Scanning UDP ports is also very difficult for another reason. To get the status of a port you need an answer. However, UDP is a connectionless protocol. A packet sent via TCP usually always receives an answer. However, a packet sent via UDP does not necessarily do so. This means that if no response comes back, then you do not know whether the UDP packet has arrived at all. Open UDP ports only respond if the protocol at the application level provides for this.
To make matters worse, nmap sends empty UDP packets by default because it cannot know which application is listening behind the port to be scanned. And that's why there is rarely a response here that clearly identifies the port as "open". And only when an ICMP port unreachable message comes back is the port clearly recognizable as "closed". Other ICMP error messages are interpreted as "filtered". If there is no response, "open | filtered" is therefore assumed.
The problem is that it cannot be clearly determined whether the correct protocol should simply have been used or whether the packet was blocked by a firewall.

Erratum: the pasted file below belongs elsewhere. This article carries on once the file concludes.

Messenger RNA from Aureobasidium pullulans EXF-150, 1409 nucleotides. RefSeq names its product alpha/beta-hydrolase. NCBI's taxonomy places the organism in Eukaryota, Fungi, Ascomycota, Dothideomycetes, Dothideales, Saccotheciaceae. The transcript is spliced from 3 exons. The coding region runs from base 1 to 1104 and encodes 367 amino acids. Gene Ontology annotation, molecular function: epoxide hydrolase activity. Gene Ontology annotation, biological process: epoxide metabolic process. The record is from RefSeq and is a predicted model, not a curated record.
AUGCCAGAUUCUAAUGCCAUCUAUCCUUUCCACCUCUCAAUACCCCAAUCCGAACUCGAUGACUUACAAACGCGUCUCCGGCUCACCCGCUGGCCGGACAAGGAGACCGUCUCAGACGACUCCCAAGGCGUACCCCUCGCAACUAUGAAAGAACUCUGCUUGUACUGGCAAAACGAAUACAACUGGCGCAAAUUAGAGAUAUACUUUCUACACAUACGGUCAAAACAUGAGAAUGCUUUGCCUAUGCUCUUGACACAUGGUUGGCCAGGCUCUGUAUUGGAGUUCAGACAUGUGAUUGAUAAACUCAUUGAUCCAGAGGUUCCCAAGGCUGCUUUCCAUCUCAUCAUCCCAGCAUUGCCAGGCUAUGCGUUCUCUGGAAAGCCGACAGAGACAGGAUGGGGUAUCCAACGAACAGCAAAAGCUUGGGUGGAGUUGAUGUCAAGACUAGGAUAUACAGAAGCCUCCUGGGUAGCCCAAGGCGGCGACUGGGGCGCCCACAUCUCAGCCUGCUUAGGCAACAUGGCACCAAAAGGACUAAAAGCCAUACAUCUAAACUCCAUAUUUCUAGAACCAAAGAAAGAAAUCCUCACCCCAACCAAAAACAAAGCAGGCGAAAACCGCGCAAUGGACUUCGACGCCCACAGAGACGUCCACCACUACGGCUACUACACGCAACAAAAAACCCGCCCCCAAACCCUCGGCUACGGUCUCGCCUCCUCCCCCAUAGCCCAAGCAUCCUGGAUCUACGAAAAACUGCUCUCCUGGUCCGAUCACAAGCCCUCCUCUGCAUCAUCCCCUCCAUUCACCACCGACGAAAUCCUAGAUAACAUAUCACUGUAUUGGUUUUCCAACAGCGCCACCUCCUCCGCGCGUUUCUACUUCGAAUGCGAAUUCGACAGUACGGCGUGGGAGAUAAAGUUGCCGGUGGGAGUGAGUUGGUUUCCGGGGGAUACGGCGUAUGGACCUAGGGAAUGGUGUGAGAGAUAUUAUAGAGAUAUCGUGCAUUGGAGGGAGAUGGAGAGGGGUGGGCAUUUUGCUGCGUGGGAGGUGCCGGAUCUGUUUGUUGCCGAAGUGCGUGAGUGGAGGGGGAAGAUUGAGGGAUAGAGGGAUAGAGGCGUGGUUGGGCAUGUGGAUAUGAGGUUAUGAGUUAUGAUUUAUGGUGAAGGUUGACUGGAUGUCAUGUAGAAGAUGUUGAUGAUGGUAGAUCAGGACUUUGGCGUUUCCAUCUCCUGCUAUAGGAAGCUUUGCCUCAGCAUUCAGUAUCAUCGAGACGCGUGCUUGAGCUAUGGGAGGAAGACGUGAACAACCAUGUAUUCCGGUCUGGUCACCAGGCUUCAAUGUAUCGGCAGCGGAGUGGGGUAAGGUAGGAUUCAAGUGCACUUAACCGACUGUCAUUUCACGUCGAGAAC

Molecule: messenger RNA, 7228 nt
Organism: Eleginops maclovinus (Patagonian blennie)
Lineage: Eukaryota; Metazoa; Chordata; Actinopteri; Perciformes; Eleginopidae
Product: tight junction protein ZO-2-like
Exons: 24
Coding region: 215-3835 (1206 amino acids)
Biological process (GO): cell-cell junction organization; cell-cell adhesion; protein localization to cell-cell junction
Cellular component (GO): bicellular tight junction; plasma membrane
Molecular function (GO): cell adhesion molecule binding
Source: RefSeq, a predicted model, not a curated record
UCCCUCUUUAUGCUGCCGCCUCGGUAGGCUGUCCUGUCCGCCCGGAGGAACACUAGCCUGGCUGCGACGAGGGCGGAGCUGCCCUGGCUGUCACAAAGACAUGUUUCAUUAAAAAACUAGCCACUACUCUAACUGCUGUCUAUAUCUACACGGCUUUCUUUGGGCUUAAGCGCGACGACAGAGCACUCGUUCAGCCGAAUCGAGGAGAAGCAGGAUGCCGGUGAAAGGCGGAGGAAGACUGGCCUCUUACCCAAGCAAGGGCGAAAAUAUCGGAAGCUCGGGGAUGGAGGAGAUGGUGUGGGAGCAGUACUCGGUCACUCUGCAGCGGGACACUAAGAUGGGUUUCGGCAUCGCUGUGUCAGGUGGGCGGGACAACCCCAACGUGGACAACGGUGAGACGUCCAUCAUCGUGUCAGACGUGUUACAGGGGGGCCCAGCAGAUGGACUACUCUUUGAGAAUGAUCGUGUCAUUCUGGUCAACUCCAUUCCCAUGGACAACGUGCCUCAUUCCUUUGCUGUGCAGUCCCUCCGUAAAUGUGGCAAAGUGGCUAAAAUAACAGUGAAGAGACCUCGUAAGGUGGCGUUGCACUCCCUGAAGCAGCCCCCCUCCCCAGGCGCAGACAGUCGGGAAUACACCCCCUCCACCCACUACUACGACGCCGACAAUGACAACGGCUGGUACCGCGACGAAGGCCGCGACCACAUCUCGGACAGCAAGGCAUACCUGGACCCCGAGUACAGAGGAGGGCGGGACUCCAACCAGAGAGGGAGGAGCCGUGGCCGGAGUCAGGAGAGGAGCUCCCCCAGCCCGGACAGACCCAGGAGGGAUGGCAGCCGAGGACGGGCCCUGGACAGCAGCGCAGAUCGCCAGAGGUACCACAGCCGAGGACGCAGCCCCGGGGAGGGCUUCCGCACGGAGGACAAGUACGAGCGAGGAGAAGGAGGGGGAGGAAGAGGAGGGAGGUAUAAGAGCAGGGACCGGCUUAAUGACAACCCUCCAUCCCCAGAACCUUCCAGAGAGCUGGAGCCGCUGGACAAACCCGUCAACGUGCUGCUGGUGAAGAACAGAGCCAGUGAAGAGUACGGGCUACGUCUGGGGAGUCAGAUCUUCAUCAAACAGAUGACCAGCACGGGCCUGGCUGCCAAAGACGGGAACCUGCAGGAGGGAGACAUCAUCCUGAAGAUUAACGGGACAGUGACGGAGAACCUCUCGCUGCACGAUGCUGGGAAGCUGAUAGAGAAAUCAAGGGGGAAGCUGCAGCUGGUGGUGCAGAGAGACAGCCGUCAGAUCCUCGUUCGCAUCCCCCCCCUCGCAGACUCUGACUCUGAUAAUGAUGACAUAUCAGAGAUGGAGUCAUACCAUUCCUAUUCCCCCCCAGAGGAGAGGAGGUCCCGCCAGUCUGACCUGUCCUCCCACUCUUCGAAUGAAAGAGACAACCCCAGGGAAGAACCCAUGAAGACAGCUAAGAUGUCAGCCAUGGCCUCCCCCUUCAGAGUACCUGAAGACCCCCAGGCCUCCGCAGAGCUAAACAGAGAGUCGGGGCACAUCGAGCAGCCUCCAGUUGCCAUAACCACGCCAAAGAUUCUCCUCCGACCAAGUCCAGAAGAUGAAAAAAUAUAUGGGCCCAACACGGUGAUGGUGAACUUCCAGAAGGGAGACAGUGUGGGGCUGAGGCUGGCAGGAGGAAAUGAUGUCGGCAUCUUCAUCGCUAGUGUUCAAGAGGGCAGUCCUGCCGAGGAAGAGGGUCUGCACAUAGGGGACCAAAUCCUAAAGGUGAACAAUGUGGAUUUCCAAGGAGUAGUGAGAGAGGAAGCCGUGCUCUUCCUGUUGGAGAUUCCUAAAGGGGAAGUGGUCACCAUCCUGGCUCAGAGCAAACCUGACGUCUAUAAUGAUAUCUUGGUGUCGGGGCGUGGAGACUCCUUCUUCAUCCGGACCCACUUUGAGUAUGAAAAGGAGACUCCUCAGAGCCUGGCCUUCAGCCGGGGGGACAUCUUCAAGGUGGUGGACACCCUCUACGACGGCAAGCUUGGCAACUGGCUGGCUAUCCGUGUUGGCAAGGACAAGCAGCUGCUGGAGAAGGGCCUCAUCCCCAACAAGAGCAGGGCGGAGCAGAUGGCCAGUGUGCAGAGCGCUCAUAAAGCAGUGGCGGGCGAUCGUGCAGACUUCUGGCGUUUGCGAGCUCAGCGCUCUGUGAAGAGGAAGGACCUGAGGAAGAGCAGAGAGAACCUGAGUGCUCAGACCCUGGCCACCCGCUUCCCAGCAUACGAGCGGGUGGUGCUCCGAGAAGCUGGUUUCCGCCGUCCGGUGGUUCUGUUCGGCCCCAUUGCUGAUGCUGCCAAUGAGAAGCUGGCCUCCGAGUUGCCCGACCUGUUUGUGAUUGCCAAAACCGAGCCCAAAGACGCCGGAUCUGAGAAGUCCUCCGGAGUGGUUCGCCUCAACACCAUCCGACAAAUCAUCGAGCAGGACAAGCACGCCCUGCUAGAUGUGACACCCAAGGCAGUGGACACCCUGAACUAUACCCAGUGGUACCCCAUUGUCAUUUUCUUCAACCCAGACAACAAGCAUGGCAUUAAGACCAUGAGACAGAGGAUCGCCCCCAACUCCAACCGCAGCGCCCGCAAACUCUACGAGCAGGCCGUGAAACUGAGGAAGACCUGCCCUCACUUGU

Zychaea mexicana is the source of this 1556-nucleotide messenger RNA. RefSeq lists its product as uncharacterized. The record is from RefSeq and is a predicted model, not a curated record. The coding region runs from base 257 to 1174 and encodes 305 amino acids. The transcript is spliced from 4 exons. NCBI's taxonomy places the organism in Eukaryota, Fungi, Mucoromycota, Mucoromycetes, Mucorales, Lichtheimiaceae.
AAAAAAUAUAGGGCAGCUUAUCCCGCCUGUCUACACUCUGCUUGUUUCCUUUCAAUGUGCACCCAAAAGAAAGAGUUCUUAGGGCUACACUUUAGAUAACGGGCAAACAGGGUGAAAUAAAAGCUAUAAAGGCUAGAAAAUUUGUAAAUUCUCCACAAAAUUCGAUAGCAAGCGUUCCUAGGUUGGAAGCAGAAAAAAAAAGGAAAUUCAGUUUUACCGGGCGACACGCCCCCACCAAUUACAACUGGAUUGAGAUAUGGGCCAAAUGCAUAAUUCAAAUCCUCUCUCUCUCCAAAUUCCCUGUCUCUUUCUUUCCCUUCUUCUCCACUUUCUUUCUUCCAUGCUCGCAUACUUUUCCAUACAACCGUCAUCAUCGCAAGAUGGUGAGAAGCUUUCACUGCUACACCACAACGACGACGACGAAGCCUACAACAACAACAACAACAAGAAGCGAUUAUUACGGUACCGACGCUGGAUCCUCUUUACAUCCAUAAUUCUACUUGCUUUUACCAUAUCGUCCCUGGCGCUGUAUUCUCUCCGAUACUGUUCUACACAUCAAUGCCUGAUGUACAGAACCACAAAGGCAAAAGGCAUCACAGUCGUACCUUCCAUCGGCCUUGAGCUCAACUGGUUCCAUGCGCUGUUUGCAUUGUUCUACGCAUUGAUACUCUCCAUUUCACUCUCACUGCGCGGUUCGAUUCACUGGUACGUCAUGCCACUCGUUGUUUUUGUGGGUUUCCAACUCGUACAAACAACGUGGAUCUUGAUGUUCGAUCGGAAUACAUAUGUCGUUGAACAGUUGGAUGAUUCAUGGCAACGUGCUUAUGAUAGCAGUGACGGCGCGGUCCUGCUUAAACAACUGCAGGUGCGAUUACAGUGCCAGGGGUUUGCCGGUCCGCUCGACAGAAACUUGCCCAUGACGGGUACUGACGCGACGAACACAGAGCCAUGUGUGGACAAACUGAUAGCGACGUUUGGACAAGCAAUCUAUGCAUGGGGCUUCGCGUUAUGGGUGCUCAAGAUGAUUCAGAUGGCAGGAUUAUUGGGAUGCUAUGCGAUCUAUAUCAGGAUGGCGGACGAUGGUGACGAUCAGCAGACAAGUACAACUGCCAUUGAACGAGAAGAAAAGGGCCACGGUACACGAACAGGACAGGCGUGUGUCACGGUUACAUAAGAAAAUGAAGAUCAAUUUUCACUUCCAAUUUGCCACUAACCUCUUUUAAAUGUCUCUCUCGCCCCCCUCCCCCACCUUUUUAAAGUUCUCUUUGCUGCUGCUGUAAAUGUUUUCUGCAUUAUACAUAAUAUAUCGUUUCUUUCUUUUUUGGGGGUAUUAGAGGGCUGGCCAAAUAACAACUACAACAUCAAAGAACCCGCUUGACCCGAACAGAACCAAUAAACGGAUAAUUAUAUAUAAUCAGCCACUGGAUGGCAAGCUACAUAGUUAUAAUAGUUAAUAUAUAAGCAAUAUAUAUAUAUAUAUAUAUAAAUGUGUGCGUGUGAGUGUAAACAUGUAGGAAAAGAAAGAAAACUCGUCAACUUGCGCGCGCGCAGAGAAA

nmap -sA 192.168.0.1
The TCP-ACK scan differs fundamentally from all other port scan methods. This is NOT about determining open ports. This method is only used to determine whether the firewall rules used are stateful or not and to determine which ports are filtered.
The disadvantage is that it cannot distinguish between open and closed ports. You have to determine this with another port scan method.
nmap -sW 192.168.0.1
A window scan is comparable to an ACK scan. The difference is that it can differentiate between open and closed ports on some computers.
nmap -sM 192.168.0.1
This scan method is similar to a FIN scan, but contains a set ACK bit. So you might get past packet filters. However, it works less often than with the FIN scan.
nmap -sI 192.168.0.1
The idle scan is the most inconspicuous, complex and therefore slowest of all scanning methods.
nmap -sO 192.168.0.1
Technically, the IP protocol scan is not a port scan, but is used to determine which IP protocols (TCP, ICMP, IGMP, etc.) are supported on the target computer. This scan goes through protocol numbers and not port numbers.
With the option "-p" you can specify the protocol numbers to be scanned.
This scanning method is considered obsolete. It uses a faulty FTP server as a proxy. Because most FTP servers fix this, it rarely works. But if it does, it's one way to get around the firewall limitation.